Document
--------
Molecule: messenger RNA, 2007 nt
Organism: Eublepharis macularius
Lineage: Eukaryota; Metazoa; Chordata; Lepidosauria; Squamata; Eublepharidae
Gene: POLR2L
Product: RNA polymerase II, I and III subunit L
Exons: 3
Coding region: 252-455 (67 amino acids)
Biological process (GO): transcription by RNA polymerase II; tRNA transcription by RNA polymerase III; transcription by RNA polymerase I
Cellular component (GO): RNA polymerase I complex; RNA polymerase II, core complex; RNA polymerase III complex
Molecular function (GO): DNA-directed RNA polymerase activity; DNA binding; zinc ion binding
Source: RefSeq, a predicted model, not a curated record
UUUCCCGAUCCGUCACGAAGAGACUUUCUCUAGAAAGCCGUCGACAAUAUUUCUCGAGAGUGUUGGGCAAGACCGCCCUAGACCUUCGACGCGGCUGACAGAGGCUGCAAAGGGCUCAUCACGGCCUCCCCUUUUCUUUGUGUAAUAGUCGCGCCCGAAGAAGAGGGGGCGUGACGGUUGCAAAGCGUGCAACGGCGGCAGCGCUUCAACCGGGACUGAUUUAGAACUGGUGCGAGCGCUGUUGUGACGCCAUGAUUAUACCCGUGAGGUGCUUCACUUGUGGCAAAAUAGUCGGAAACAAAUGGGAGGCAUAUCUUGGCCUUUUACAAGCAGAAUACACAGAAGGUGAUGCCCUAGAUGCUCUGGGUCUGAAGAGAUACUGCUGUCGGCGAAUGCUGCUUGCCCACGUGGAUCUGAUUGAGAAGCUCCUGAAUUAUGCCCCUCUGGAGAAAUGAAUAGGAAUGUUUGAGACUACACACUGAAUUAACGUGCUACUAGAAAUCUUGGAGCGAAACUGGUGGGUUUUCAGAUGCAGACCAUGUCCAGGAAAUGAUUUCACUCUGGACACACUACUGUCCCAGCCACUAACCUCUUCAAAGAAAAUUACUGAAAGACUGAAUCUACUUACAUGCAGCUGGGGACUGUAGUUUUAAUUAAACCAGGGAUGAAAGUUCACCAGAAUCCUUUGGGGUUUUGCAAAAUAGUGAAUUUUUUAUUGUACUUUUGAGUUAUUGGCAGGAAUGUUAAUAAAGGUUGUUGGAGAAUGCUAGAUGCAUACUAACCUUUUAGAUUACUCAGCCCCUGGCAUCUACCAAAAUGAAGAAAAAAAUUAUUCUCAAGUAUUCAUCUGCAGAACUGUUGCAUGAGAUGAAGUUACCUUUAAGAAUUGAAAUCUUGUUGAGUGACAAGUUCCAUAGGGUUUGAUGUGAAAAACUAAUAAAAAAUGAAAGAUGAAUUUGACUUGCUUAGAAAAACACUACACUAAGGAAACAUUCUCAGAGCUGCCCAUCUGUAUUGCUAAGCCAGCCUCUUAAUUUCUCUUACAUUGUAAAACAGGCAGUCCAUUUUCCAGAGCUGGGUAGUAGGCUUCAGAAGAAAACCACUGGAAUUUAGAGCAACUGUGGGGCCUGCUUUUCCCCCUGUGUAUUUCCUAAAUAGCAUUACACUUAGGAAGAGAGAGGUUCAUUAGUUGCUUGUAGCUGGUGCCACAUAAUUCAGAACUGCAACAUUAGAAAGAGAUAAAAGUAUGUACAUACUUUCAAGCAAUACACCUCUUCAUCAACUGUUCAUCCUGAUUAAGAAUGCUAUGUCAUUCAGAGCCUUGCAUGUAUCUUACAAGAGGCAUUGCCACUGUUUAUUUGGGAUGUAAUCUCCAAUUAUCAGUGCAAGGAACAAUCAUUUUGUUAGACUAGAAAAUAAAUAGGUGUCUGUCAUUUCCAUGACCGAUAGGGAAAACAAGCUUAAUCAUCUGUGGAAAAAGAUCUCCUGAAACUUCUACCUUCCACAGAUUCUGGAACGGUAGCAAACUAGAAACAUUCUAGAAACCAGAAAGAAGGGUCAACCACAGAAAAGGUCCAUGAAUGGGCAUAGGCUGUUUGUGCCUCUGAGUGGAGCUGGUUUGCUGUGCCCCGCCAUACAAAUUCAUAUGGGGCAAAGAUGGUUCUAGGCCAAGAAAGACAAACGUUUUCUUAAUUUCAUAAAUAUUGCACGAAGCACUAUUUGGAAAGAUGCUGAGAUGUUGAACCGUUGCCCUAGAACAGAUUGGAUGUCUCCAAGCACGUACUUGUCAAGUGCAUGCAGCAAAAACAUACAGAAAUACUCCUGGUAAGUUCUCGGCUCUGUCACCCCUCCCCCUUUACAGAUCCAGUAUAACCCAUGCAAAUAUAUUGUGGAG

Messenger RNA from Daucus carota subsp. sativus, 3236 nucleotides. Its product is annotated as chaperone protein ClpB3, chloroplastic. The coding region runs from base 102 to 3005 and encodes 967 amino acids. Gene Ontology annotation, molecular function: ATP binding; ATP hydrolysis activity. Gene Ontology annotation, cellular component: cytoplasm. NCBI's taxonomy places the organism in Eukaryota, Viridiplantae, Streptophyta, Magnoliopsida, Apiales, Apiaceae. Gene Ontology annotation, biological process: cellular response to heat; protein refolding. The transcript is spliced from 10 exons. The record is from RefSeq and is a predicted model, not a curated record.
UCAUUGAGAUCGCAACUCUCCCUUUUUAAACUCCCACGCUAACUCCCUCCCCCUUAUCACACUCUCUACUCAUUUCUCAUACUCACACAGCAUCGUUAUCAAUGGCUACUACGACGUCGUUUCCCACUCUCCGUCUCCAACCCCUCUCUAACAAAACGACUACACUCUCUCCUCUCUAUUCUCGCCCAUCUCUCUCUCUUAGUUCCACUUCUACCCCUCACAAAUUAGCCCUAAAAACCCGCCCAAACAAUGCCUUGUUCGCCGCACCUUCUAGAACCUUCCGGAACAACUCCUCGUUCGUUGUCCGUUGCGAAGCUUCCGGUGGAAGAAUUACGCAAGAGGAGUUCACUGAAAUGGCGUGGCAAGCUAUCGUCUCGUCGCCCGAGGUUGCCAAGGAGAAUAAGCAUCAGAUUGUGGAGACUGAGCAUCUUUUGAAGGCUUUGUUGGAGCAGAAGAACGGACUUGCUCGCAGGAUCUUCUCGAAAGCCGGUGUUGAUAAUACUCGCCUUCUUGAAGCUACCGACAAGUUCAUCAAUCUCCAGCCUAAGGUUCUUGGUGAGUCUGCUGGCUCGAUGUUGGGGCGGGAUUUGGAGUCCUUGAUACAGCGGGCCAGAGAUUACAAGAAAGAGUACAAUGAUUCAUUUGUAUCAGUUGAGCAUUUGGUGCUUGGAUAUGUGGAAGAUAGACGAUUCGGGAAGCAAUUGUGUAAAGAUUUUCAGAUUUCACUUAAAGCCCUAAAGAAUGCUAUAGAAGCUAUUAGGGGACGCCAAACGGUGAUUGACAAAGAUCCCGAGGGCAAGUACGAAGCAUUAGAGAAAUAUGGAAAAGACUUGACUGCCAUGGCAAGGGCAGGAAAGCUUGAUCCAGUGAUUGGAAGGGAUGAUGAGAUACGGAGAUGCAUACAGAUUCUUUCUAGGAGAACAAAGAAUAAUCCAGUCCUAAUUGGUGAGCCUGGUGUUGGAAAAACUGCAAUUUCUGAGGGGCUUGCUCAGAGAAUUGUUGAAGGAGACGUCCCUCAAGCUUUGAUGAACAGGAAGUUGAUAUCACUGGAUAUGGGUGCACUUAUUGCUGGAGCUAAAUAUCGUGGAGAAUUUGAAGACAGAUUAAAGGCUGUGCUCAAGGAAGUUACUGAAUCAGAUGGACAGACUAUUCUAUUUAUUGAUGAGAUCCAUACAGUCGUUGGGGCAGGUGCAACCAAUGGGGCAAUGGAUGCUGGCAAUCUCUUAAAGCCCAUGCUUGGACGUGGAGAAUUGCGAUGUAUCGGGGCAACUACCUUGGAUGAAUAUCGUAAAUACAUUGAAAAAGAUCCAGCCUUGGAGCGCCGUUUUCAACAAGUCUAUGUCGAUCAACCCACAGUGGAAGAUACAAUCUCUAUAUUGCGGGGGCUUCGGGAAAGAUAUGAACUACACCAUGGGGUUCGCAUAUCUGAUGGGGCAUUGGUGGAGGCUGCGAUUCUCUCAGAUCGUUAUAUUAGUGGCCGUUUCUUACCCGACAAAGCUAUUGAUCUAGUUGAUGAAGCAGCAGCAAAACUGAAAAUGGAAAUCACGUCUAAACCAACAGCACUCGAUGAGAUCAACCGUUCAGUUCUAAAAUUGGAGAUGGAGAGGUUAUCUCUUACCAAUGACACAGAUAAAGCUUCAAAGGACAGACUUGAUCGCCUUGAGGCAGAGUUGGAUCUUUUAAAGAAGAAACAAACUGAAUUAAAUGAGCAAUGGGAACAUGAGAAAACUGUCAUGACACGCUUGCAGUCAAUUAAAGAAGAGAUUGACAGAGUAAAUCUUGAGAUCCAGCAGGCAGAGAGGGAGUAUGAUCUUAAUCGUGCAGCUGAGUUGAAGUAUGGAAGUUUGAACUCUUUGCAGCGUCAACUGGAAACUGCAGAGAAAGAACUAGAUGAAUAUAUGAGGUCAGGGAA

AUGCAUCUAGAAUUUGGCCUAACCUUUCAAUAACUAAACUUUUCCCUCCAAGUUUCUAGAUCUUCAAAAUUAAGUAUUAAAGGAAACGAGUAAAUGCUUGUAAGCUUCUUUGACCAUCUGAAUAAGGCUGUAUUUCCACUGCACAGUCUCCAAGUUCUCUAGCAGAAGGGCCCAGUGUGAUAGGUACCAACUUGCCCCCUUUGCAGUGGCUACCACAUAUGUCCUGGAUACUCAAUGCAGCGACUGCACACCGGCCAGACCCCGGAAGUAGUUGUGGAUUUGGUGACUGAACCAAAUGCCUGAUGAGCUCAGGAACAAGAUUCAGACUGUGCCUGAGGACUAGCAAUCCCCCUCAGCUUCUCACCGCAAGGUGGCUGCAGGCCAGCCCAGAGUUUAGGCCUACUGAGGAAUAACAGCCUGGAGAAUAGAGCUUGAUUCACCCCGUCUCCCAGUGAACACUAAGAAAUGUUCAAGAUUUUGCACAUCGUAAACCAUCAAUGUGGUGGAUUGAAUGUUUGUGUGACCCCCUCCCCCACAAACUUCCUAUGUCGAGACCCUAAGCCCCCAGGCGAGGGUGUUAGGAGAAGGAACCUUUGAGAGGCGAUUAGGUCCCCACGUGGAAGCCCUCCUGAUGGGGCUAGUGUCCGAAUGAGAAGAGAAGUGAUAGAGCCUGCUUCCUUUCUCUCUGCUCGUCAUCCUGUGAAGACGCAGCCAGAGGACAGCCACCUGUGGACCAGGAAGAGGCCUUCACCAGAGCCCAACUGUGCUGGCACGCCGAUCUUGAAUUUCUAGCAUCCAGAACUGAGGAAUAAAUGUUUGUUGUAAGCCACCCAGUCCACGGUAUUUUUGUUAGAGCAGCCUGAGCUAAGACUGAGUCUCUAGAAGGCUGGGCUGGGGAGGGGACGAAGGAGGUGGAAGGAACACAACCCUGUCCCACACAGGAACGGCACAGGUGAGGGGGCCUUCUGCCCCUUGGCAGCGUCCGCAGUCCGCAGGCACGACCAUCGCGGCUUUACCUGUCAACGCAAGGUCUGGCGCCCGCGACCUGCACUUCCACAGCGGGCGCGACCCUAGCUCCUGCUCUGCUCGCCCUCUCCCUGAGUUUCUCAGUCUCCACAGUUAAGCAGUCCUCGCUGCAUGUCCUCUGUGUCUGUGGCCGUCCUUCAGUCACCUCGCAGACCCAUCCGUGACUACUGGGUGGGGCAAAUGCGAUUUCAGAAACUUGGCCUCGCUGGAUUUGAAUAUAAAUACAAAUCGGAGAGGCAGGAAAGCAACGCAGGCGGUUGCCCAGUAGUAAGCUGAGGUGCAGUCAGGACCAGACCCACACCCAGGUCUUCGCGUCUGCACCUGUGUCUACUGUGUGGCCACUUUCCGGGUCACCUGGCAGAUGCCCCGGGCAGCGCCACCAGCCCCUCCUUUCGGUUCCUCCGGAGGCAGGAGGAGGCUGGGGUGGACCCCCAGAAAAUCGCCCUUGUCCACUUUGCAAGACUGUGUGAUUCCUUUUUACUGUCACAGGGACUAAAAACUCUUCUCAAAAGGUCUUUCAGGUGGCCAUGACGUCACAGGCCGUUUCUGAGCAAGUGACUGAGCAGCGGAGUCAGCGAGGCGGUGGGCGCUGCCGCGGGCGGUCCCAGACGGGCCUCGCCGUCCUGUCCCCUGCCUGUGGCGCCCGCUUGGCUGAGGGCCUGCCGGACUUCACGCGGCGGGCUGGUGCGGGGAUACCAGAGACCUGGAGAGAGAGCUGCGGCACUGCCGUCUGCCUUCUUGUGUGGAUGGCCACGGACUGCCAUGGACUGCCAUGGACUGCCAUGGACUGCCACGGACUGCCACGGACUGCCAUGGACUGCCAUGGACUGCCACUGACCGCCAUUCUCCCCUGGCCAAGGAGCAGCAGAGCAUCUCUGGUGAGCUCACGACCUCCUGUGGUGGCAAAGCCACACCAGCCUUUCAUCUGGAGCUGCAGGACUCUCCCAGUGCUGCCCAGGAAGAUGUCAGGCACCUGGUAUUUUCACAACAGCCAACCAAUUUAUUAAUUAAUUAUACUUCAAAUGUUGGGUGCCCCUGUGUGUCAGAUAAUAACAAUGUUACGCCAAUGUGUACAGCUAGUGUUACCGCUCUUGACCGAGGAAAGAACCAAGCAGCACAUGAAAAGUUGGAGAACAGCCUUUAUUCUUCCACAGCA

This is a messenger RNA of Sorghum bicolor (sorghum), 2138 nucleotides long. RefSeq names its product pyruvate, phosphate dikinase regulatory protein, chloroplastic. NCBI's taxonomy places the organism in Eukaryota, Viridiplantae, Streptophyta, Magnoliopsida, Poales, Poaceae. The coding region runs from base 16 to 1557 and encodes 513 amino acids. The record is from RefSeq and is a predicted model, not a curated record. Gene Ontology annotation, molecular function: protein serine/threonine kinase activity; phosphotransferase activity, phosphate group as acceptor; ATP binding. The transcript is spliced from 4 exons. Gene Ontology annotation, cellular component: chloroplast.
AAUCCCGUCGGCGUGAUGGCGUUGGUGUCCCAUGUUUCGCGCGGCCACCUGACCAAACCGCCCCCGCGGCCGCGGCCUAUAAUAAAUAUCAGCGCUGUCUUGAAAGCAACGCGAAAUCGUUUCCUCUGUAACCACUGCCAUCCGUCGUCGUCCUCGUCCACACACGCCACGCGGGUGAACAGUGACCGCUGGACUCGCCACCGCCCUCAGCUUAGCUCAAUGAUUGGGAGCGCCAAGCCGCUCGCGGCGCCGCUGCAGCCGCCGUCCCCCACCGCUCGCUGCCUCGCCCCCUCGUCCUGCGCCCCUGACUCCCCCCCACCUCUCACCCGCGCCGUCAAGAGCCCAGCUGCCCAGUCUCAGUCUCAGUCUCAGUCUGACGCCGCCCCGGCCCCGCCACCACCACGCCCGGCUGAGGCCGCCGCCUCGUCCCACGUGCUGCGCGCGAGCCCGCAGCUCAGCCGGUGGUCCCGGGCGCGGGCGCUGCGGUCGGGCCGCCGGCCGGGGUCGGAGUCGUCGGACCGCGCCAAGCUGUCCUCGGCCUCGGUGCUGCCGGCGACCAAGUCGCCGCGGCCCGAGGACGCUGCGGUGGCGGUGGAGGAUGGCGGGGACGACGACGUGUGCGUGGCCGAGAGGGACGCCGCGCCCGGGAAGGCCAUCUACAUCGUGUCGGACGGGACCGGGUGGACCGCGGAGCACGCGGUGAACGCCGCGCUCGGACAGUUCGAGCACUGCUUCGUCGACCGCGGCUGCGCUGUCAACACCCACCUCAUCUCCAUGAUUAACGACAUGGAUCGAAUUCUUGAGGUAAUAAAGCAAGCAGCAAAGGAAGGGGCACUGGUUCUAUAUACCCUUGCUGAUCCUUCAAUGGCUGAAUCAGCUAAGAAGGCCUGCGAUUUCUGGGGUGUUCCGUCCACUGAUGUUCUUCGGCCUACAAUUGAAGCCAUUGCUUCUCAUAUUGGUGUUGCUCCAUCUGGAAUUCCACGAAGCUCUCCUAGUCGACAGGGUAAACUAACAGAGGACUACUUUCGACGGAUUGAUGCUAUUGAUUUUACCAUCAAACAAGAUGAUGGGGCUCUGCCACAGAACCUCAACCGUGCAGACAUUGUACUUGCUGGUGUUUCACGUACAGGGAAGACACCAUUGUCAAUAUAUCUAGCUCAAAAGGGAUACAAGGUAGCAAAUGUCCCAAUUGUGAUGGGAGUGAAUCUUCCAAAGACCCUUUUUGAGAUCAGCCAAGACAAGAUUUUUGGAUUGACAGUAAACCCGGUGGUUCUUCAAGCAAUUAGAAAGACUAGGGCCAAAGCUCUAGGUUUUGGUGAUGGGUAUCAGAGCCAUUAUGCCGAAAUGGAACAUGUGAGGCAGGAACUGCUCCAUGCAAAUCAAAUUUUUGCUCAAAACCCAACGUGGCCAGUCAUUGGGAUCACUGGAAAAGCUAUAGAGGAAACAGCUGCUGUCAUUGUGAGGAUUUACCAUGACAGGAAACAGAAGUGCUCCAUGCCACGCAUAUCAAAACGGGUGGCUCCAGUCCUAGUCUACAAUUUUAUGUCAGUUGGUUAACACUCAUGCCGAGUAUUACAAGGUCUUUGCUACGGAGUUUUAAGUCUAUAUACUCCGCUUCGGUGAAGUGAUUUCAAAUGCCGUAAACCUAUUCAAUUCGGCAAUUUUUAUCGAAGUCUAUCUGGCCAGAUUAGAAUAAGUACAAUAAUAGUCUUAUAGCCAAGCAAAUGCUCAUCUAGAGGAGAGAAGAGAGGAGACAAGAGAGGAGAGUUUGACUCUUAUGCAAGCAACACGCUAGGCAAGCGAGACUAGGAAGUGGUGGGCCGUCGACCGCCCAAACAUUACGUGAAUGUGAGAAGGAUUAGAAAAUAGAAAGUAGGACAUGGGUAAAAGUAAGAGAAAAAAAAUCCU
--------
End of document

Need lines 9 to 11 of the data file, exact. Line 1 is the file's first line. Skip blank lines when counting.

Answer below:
Cellular component (GO): RNA polymerase I complex; RNA polymerase II, core complex; RNA polymerase III complex
Molecular function (GO): DNA-directed RNA polymerase activity; DNA binding; zinc ion binding
Source: RefSeq, a predicted model, not a curated record